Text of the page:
The quartiles for grouped data can be calculated using the formula,

Q_{i} = L + h/f*(iN/4 – c.f).

- The class containing Q
_{i}is the class whose cumulative frequency is just greater than (iN/4). - N = Total Frequency.
- h = class size.
- L = lower limit of the class containing Q
_{i}. - f = frequency of the class containing Q
_{i}. - c.f = cumulative frequency of the class interval preceding the interval containing Q
_{i}.

The three quartiles are numerical values that divide the given data into four equal parts.

The lower quartile, the median, and the upper quartile divide the data at the one-fourth, one-half, and three-fourths values respectively. They are denoted by the symbols Q_{1}, Q_{2}, and Q_{3}.

**Steps to find Quartiles for Grouped Data:**

- Find the value of N, by adding up all the frequencies.
- Calculate the less than cumulative frequencies for all class intervals.
- Calculate the value of (iN/4) in order to find the i
^{th}quartile (i = 1, 2, or 3). - The quartile is contained in the class whose cumulative frequency is just greater than (iN/4).
- Calculate the value of the i
^{th}quartile by using the formula given below.

**Example 1:**

Calculate the upper quartile Q_{3} for the following grouped frequency distribution:

Class Interval | Frequency |

0-10 | 4 |

10-20 | 7 |

20-30 | 2 |

30-40 | 5 |

40-50 | 12 |

** Solution**: Since we want to calculate Q

_{3}we have that i=3 in the above formula.

We first calculate the less than cumulative frequencies by adding up the current and preceding frequencies of a class interval.

Class Interval | Frequency | Cumulative Frequency |

0-10 | 4 | 4 |

10-20 | 7 | 4+7 = 11 |

20-30 | 2 | 4+7+2 = 13 |

30-40 | 5 | 4+7+2+5 = 18 |

40-50 | 2 | 4+7+2+5+2 = 20 |

N = 20 |

Now, since i=3 we have that (iN/4) = (3*20/4) = 15.

The value of cumulative frequency just greater than 15 is 18.

Therefore, Q_{3} lies in the class interval 30-40. Here, L = 30, f = 5, h =10 and c.f = 13.

We substitute all these values in the above formula.

Q_{3} = L + h/f*(3N/4 – c.f).

Q_{3} = 30 + 10/5*(3*20/4 – 13).

Q_{3} = 30 + 2*(15 – 13) = 30 +4 =34.

**Example 2:**

Calculate the lower quartile Q_{1} for the following grouped frequency distribution:

Class Interval | Frequency |

0-5 | 5 |

5-10 | 10 |

10-15 | 7 |

15-20 | 3 |

20-25 | 3 |

** Solution**: Since we want to calculate Q

_{1}we have that i=1 in the above formula.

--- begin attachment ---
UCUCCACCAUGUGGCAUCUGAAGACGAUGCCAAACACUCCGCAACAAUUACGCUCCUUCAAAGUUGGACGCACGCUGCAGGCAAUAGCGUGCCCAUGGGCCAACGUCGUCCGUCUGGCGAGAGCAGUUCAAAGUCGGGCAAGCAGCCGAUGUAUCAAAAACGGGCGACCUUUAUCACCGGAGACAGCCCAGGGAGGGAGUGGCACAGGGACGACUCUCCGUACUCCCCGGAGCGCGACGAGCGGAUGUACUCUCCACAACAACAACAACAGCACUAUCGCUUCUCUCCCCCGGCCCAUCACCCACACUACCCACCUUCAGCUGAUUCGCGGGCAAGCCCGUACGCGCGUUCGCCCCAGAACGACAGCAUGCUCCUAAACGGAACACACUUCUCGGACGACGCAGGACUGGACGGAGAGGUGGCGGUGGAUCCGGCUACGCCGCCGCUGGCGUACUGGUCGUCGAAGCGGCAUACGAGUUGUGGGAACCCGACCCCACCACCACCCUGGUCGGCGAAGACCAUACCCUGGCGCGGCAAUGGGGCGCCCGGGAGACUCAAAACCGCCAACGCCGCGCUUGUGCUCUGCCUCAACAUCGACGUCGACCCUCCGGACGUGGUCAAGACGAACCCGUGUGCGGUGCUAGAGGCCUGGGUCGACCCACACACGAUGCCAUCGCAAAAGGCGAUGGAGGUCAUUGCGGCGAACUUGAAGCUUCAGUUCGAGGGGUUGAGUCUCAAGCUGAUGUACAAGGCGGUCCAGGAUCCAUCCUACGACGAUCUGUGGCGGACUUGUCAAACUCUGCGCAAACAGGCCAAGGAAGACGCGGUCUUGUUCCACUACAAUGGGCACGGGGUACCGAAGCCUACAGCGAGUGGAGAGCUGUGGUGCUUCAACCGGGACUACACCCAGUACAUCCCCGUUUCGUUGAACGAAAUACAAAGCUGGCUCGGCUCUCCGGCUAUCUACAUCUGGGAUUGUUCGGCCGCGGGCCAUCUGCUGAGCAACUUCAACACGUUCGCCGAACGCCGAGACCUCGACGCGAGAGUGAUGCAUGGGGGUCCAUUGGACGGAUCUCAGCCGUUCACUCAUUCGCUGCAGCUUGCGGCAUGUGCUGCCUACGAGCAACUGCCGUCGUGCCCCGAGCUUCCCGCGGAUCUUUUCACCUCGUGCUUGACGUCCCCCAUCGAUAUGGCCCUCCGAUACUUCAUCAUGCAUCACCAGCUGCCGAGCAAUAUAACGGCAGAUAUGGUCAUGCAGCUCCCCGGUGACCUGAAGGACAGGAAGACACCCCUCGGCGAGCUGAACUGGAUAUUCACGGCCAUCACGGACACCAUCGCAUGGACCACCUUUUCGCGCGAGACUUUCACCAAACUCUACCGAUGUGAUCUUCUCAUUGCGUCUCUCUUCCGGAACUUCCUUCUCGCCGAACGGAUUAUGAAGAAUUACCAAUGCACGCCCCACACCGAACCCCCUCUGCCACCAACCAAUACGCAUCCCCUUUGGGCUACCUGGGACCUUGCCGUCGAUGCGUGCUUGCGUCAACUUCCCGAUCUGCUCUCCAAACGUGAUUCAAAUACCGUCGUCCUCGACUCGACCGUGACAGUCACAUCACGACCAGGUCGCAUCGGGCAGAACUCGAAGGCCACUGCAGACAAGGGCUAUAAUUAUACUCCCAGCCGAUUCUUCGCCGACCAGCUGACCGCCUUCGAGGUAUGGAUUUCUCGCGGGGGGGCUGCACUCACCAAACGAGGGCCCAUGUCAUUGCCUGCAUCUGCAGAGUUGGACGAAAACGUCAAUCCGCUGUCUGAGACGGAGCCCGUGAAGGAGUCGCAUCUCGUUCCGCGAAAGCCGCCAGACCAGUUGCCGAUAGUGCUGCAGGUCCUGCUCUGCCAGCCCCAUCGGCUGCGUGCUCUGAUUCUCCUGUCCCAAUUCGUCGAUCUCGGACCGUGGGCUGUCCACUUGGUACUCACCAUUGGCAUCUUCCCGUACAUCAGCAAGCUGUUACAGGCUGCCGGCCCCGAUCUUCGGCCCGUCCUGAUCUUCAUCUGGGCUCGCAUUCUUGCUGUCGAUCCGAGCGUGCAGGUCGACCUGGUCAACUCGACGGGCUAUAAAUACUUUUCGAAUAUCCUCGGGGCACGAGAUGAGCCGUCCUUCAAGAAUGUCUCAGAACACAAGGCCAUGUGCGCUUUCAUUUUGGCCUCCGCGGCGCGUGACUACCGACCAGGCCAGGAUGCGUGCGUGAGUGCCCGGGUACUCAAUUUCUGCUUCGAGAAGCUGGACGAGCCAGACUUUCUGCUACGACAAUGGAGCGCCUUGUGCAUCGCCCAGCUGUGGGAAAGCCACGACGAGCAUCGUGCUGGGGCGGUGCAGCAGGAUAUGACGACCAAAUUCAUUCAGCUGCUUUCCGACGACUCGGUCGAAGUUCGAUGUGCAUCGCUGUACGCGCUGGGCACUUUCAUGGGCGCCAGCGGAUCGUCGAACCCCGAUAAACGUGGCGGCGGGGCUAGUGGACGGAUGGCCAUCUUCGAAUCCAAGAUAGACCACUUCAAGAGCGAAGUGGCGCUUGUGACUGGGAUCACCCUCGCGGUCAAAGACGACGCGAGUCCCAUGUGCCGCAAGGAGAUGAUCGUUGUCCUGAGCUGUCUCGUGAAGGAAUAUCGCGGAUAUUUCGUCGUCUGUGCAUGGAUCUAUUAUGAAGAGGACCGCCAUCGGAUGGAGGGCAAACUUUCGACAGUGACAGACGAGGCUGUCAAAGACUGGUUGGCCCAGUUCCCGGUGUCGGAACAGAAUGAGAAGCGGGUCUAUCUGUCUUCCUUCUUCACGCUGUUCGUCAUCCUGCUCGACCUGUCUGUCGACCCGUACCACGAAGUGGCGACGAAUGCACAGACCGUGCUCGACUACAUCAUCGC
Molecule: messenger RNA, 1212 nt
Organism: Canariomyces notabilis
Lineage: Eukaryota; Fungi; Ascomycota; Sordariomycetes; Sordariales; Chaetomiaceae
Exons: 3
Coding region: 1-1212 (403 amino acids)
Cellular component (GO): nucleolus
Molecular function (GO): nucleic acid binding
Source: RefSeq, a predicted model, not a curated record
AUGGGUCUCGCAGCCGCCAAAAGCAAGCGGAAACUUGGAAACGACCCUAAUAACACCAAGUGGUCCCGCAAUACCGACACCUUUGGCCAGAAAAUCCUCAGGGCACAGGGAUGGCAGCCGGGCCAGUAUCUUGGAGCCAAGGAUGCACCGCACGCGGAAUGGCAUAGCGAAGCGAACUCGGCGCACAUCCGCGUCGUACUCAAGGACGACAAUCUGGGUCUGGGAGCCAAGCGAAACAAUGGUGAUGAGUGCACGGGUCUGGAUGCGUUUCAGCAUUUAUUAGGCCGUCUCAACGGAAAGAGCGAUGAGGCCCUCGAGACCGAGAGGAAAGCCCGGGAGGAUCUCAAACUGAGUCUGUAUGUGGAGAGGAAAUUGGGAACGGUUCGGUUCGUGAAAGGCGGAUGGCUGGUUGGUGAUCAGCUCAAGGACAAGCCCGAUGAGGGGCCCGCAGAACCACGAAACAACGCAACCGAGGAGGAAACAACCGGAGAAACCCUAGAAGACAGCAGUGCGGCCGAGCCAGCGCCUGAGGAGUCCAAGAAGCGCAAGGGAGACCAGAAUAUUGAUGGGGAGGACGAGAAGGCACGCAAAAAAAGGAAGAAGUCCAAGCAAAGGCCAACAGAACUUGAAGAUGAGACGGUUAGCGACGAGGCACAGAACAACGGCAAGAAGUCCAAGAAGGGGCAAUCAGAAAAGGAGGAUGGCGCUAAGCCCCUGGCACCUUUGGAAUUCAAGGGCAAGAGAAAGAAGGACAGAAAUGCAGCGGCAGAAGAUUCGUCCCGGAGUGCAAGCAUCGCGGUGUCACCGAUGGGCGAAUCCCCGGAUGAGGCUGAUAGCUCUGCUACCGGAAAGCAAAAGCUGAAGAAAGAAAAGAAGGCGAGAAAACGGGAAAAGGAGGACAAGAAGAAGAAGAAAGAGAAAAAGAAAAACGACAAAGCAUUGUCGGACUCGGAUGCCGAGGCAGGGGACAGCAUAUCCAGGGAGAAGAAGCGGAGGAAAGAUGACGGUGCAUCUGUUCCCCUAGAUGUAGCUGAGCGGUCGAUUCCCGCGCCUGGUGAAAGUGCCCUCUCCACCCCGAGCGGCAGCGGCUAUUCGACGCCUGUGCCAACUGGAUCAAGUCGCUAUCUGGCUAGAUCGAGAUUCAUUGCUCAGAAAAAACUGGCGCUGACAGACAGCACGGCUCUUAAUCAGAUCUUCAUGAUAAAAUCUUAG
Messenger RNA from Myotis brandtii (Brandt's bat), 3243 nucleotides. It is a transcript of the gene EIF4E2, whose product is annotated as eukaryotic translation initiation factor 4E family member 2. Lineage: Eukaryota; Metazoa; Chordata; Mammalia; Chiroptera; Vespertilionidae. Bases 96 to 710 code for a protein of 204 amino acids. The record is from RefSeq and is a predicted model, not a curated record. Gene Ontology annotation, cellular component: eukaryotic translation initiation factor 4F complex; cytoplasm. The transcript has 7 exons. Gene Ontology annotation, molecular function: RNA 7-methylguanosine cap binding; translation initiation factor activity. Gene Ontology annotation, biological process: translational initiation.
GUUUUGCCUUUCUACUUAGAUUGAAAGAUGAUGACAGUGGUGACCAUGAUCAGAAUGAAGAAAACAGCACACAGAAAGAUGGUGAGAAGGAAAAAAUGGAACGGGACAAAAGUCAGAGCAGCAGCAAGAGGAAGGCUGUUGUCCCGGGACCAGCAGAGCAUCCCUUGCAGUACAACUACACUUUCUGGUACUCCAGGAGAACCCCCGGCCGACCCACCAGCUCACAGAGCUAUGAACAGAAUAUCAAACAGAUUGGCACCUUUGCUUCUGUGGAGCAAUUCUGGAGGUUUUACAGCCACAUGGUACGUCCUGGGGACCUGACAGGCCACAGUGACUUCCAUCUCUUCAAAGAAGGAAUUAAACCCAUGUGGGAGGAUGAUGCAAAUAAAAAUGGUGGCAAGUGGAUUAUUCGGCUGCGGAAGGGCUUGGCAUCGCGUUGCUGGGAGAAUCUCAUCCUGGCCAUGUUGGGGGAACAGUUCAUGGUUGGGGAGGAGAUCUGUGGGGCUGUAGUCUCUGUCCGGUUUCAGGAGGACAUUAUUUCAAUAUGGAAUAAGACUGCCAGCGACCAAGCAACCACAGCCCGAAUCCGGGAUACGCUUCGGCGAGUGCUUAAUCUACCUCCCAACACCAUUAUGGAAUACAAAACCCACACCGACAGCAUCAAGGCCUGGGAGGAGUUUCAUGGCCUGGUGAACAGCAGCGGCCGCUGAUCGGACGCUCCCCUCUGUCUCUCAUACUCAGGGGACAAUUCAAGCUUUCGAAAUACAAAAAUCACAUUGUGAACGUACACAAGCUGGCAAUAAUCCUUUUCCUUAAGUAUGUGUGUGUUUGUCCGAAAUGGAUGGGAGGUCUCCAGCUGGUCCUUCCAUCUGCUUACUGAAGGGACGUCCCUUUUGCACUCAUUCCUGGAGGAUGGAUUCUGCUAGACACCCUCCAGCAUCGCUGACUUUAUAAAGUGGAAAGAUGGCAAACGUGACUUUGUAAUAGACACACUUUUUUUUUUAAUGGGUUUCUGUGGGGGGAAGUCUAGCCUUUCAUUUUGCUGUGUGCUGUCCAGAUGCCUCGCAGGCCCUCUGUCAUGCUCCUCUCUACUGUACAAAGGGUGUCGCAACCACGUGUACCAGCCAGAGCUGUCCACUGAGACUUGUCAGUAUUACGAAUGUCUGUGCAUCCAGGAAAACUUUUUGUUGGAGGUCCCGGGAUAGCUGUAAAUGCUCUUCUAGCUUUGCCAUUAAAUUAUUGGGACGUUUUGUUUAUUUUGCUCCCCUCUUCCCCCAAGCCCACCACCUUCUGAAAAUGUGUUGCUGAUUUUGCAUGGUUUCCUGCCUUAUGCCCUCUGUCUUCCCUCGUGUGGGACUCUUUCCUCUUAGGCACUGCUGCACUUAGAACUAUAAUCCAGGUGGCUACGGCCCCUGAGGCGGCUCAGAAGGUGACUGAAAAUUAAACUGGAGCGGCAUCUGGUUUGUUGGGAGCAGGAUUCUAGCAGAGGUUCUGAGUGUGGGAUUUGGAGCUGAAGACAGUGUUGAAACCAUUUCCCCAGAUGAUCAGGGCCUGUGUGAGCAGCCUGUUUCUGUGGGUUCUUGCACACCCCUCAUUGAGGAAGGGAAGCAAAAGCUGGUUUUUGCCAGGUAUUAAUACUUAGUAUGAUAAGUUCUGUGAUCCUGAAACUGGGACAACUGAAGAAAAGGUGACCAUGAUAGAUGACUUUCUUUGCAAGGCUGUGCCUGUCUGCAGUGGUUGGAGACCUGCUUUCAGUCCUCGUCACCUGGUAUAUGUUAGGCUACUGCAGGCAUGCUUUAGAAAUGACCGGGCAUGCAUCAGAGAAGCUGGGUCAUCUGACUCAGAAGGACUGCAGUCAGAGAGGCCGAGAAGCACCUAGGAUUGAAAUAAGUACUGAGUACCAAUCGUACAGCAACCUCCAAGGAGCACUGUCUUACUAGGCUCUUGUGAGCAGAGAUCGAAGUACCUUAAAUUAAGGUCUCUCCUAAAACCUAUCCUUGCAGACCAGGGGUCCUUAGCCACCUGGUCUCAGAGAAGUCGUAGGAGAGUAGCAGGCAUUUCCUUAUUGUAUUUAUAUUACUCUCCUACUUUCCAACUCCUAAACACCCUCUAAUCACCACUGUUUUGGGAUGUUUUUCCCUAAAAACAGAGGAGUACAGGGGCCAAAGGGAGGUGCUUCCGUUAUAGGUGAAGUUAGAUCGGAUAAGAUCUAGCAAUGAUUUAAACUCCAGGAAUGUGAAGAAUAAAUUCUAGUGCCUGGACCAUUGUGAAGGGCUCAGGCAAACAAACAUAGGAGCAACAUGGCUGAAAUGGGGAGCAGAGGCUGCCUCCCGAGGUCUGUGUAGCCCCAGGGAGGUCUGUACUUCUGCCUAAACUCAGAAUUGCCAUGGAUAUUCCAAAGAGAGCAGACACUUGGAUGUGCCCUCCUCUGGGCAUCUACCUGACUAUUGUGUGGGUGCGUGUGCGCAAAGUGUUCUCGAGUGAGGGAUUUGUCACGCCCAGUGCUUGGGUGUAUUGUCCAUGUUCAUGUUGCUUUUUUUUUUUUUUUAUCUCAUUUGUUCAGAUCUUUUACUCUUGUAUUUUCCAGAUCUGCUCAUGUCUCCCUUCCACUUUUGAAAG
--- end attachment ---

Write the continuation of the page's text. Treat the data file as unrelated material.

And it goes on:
Class Interval | Frequency | Cumulative Frequency |

0-5 | 5 | 5 |

5-10 | 10 | 15 |

10-15 | 7 | 22 |

15-20 | 3 | 25 |

20-25 | 3 | 28 |

N = 28 |

Now, since i=1, we have that (iN/4) = (1*28/4) = 7.

The value of cumulative frequency just greater than 7 is 15. Therefore, Q_{3} lies in the class interval 5-10.

Here, L = 5, f = 10, h =5 and c.f = 5. We substitute all these values in the formula.

Q_{1} = L + h/f*(N/4 – c.f).

Q_{1} = 5 + 5/10*(28/4 – 5).

Q_{1} = 5 + 1/2*(7-5) = 5+1 =6.

Therefore the value of the lower quartile is 6.

**Calculating Quartiles Graphically:**

- Draw a cumulative frequency curve by plotting the values of observations or class intervals along the horizontal scale (i.e. x-axis) and cumulative frequency along the vertical scale (i.e., y-axis).
- Determine the quartile value, that is, the value of (in/4)
^{th}observation (i = 1, 2, 3), where n is the total number of observations in the data set. - Locate this value on the y-axis and from this point draw a line parallel to the x-axis meeting the ogive at a point, say P. Draw a perpendicular on the x-axis from P and it meets the x-axis at the point, say M. Then M is the required value of the quartiles.

**Example:**

Consider the data given in the form of a grouped frequency distribution as follows:

Class Interval | Frequency |

Below 875 | 69 |

875 – 950 | 167 |

950 –1025 | 207 |

1025 –1100 | 65 |

1100 – 1175 | 58 |

1175 – 1250 | 24 |

1250 – 1325 | 10 |

We first calculate the cumulative frequencies by adding each frequency value with the preceding frequencies.

Class Interval | Frequency | Cumulative Frequency |

Below 875 | 69 | 69 |

875 – 950 | 167 | 236 |

950 –1025 | 207 | 443 |

1025 –1100 | 65 | 508 |

1100 – 1175 | 58 | 566 |

1175 – 1250 | 24 | 590 |

1250 – 1325 | 10 | 600 |

N = 600 |

Let us calculate the value of the second quartile, that is, the median. We have that,

Second Quartile = (iN/4)th term = (2*600/4)th term = 300^{th} term.

We now construct the cumulative frequency curve (ogive) and locate the second quartile as follows.

Therefore the value of the second quartile is 973.2